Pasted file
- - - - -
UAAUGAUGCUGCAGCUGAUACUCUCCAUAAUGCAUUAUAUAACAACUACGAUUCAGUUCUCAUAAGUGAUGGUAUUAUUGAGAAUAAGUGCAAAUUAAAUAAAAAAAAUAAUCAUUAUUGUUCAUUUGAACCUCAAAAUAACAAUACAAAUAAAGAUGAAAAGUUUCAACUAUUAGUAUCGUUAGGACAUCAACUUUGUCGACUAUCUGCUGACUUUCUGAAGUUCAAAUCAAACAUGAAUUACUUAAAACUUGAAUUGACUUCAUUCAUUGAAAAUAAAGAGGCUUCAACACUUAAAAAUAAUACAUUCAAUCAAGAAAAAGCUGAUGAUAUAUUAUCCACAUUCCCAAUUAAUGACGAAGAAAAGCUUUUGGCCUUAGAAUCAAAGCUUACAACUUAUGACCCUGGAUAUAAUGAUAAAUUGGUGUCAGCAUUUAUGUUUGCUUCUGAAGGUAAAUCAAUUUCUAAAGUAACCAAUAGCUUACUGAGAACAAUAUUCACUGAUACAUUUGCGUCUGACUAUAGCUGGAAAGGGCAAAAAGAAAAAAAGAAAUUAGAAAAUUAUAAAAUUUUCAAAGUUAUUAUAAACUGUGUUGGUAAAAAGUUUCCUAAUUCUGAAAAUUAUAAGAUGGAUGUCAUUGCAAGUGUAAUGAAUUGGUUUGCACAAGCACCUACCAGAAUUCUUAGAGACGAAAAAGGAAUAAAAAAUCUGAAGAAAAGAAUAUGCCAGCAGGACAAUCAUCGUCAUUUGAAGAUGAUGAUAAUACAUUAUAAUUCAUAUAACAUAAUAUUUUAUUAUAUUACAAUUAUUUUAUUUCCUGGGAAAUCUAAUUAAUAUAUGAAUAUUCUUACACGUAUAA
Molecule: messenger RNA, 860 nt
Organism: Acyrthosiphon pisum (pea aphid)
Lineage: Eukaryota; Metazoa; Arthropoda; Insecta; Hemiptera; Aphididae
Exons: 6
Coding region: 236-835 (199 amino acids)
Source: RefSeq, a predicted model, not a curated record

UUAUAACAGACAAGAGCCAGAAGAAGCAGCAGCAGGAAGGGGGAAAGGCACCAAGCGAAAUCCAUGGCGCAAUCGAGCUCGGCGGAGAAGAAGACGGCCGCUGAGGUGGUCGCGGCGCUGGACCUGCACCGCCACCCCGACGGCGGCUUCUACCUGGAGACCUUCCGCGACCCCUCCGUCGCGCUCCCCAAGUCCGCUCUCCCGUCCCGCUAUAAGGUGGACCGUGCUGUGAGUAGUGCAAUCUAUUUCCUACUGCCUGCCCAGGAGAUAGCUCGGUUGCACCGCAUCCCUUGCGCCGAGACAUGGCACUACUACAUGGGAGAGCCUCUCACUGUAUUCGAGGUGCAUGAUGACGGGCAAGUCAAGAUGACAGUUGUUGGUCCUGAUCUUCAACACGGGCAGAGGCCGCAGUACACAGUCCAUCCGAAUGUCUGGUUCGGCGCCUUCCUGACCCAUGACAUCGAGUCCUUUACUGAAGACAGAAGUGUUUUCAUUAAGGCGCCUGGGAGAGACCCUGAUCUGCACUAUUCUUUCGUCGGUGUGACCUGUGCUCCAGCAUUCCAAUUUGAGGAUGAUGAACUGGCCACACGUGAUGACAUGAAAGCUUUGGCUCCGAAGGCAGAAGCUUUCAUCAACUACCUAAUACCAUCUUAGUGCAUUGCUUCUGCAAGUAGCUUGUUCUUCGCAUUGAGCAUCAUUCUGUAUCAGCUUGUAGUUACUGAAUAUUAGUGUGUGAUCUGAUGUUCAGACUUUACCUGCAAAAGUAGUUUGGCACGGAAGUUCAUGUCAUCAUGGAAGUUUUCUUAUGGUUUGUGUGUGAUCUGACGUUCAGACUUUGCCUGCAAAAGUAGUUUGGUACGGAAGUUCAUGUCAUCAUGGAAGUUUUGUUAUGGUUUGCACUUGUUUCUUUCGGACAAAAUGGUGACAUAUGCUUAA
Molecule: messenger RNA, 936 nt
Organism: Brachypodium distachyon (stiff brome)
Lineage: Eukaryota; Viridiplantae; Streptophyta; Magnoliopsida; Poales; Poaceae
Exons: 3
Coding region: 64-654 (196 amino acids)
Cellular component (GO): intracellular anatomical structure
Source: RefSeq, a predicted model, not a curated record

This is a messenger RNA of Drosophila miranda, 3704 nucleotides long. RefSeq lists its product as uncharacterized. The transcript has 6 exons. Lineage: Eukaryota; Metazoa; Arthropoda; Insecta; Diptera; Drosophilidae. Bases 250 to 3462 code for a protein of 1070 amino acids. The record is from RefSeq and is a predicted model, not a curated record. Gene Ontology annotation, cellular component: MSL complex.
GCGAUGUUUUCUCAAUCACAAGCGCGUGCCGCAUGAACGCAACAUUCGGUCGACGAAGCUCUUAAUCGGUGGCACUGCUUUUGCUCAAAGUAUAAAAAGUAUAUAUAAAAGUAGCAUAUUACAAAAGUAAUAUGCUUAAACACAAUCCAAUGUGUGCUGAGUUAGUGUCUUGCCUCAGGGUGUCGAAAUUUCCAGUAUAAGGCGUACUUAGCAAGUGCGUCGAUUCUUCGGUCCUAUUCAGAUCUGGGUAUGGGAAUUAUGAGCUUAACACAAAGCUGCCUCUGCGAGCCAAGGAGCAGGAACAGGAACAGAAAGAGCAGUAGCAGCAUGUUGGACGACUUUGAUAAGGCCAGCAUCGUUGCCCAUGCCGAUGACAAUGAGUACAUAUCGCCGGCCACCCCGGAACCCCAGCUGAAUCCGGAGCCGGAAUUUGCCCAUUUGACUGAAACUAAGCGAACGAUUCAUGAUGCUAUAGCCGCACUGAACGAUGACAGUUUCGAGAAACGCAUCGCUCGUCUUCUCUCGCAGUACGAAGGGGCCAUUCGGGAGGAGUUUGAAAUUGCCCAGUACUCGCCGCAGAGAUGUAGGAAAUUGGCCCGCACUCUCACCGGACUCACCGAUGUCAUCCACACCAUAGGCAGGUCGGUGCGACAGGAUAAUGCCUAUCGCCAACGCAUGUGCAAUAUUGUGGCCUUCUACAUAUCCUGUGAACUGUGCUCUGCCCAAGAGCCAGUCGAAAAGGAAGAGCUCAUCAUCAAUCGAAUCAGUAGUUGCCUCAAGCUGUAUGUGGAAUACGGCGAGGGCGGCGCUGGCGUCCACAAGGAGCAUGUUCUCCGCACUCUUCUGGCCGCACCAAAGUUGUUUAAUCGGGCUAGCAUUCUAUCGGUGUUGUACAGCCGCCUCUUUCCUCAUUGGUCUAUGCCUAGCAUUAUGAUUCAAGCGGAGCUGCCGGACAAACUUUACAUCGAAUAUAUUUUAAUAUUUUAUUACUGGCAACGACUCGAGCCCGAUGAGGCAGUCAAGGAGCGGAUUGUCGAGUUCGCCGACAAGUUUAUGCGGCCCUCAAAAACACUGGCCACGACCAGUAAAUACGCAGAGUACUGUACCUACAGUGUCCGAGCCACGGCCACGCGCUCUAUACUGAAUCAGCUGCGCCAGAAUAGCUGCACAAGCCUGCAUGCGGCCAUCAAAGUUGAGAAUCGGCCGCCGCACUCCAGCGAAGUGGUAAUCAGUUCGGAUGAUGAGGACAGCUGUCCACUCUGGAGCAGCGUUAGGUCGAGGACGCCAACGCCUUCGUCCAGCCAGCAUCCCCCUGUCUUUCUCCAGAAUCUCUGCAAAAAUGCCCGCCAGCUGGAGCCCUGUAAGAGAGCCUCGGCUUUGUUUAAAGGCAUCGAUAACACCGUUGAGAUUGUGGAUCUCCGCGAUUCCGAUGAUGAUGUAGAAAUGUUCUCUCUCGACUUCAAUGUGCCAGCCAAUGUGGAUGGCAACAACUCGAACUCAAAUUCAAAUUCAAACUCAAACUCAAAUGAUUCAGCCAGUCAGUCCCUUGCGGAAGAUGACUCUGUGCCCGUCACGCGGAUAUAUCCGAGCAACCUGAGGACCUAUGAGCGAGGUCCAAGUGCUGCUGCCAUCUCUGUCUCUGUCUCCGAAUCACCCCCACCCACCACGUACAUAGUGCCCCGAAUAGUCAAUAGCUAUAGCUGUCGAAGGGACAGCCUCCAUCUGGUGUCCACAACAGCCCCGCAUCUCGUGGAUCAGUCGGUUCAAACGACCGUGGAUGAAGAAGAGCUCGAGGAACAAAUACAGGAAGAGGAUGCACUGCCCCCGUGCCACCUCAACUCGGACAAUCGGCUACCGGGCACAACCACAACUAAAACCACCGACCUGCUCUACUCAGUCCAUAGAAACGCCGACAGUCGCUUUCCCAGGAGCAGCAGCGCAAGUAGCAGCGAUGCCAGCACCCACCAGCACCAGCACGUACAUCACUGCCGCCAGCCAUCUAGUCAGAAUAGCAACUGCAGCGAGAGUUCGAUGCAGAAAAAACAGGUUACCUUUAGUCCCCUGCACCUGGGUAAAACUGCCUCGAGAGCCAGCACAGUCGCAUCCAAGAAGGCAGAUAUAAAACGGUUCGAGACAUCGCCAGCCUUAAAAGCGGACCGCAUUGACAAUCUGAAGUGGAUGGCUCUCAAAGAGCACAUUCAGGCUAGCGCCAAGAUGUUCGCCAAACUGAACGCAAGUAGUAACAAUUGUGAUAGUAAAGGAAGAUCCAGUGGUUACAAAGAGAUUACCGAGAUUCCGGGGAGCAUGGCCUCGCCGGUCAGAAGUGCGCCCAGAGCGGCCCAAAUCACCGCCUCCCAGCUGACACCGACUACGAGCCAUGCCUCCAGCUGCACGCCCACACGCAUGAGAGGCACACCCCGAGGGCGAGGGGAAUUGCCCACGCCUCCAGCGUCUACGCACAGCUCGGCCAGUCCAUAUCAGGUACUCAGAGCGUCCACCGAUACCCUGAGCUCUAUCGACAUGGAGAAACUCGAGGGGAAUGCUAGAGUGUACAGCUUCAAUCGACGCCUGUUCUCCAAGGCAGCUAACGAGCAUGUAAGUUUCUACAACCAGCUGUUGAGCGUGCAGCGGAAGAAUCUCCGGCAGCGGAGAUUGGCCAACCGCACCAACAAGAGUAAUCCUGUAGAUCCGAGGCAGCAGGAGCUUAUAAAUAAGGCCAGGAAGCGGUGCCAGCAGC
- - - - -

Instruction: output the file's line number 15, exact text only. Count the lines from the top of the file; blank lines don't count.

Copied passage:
Source: RefSeq, a predicted model, not a curated record